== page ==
CAK orders Cleanshelf supermarket to contact and refund customers after hiking hand sanitizer price
By Fay Ngina | March 16th 2020
The Competition Authority of Kenya has ordered Cleanshelf supermarket
to contact and refund all customers who purchased hand sanitizer after they
hiked the price.
Through a press release, CAK says that the supermarket adjusted the
prices of the Tropikal hand sanitizers (500ml) on March 15 due to the high
demand following reports of coronavirus in Kenya.
“Cleanshelf Supermarkets normally retails the specific hand sanitizers
as Kes.800/=. However, the Authority has determined that the retailer on 15th
March 2020 sold the same batch of product to consumers at varying amounts above
Kes.800/=, including Kes. 1000/=, with the prices increasing within hours,”
read part of the statement from CAK.
CAK says, the supermarket violated the Competition Act No.12 of 2010 and
exploited its consumers. Cleanshelf has therefore been ordered to contact all
consumers who purchased the product and refund them.
“The Authority has therefore ordered Cleanshelf to contact and refund ALL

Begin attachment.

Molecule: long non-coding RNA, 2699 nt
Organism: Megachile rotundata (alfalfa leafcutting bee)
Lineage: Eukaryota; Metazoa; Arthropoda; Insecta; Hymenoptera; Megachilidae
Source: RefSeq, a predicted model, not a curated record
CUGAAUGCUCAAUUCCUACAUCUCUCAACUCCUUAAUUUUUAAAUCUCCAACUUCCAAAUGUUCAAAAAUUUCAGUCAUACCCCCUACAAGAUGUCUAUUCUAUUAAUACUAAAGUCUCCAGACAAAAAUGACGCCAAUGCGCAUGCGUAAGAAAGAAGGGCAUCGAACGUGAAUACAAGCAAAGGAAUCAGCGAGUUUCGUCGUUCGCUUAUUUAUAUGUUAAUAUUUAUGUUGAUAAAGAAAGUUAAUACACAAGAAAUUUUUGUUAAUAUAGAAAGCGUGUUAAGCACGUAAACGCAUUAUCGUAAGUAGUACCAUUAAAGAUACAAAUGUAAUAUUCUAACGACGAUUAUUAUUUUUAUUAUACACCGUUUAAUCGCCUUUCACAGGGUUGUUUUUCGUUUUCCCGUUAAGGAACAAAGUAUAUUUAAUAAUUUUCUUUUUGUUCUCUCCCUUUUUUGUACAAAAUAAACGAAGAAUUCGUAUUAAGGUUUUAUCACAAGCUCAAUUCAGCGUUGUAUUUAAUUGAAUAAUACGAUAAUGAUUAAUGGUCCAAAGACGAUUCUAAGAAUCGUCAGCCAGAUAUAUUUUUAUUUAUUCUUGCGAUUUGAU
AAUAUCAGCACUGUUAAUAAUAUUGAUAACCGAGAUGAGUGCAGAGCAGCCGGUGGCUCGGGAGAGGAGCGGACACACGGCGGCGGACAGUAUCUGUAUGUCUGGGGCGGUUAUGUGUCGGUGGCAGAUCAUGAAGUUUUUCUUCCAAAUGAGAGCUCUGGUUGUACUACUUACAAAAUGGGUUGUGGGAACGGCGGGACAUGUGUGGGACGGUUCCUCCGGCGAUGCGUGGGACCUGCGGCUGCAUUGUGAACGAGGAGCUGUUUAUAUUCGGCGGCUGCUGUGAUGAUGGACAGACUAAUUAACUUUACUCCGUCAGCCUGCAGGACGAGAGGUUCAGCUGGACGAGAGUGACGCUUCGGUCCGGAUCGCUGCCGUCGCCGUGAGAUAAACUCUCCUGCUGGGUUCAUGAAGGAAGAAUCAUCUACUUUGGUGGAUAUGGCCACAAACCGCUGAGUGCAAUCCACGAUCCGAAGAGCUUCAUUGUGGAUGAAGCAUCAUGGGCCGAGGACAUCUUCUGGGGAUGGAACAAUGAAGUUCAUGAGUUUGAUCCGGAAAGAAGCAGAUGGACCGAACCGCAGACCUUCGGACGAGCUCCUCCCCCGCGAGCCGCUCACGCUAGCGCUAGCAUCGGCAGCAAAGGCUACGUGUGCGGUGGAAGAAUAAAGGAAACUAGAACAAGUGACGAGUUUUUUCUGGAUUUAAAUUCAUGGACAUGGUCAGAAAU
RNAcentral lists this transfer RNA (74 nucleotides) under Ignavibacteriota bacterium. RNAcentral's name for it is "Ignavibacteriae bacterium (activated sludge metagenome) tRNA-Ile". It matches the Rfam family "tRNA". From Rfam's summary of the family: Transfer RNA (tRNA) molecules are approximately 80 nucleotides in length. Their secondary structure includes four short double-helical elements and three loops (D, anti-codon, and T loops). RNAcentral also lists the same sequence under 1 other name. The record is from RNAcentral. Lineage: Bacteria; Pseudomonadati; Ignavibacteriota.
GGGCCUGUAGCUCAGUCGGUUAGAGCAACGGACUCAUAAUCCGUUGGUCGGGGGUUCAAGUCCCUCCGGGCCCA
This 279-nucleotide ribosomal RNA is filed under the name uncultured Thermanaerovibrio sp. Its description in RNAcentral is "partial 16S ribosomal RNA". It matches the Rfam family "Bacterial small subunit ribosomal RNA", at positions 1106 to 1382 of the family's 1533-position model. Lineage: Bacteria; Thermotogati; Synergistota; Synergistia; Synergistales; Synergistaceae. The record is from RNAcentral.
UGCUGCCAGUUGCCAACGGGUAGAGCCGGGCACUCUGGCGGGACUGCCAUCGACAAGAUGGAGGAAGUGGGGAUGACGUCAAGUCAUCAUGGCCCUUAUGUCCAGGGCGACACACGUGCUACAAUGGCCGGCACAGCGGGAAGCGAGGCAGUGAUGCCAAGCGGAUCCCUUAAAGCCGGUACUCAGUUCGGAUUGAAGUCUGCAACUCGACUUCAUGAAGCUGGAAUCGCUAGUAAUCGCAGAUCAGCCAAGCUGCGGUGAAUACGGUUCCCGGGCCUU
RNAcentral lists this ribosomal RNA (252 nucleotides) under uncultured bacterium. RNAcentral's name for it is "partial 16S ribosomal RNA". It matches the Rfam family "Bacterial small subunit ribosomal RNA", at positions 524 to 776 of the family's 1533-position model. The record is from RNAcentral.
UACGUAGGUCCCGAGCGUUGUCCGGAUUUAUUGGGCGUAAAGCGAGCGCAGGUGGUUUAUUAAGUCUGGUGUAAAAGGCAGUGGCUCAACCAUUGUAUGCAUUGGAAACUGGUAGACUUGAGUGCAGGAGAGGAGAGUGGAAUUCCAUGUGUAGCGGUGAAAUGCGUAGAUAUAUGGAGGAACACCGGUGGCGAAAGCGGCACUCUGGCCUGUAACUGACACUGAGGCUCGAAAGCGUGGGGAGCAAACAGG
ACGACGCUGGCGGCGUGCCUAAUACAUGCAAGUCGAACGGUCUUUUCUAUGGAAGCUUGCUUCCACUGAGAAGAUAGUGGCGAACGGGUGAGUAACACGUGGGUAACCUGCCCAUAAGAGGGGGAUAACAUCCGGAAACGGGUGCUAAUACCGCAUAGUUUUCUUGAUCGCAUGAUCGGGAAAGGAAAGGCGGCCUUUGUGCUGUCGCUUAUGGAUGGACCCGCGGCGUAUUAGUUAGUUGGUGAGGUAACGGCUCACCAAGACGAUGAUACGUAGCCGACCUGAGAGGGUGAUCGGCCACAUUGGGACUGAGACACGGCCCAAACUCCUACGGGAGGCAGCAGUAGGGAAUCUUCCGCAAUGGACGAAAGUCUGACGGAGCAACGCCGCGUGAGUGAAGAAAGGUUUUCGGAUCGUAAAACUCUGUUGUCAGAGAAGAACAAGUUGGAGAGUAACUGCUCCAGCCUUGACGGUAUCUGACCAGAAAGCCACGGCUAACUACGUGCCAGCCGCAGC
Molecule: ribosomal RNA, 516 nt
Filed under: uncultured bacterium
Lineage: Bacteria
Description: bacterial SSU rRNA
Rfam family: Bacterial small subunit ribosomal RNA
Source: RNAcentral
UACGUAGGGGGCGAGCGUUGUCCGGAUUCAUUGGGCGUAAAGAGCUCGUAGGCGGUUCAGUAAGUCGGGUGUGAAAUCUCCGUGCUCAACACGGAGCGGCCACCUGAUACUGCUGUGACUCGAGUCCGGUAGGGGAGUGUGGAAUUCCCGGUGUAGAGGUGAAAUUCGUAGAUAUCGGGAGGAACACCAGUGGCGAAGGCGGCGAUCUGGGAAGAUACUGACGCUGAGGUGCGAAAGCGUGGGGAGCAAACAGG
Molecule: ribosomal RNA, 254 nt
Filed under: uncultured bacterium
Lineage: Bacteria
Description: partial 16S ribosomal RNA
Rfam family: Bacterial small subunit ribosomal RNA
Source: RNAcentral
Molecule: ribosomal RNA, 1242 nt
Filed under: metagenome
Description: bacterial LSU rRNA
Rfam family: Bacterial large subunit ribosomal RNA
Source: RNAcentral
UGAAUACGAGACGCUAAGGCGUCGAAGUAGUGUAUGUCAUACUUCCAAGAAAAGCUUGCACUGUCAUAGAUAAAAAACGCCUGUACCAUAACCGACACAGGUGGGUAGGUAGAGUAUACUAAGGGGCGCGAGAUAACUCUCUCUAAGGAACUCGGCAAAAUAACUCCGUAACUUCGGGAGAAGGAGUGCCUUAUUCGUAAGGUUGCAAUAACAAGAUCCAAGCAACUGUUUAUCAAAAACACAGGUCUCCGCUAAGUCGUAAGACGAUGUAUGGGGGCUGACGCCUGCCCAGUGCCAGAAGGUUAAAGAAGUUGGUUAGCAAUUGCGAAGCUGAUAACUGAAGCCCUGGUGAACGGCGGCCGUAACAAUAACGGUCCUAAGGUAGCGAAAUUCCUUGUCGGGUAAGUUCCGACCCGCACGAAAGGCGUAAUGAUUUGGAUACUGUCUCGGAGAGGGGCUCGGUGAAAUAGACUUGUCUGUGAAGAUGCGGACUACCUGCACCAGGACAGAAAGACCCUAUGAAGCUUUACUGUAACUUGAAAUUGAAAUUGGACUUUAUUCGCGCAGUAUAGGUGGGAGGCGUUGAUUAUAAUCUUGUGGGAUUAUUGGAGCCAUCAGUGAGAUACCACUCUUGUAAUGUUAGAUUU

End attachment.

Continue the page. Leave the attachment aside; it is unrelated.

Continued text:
the consumers who purchased the 960 pieces of the Tropikal brand hand
sanitizers above the usual selling price and submit evidence to support the
same by 26th March 2020,” read the statement.
The Cleanshelf management had earlier released a statement acknowledging
that the hike happened at their Ruaka branch and termed it as an ‘individual
“This was an individual error and the management of Cleanshelf, wholly
and unreservedly apologises to all our customers. Disciplinary action has
already been taken on the staff member” read part of the statement.
The clean shelf management also advised any customer who will be
overcharged for purchasing hand sanitizers should go back to the supermarket
branch and get a full refund.
Last week, CAK warned traders against hiking prices on commodities,
saying that failure to comply will attract a penalty.
“The Act and will attract a penalty of up to ten per cent of the respective
turnover of the manufacturers and retailers in question.”
“It has come to the attention of the Authority that following a
pronouncement by the Government of a confirmed Coronavirus disease (COVID-19)
case, some manufacturers and retailers are contemplating collusive increases of
prices and/or hoarding with the intention of subsequently increasing prices of
various consumer goods,” said CAK.
Job seekers flight into slavery and torture in Saudi Arabia
- DP Ruto: I will not resign
- School records over 90 pupils with 400 marks and above
- Committed teacher ‘won’t be punished by TSC’
By Brian Okoth
- School that lost 15 pupils in stampede among top scorers
- Judge defends tough decision to charge noise-making staff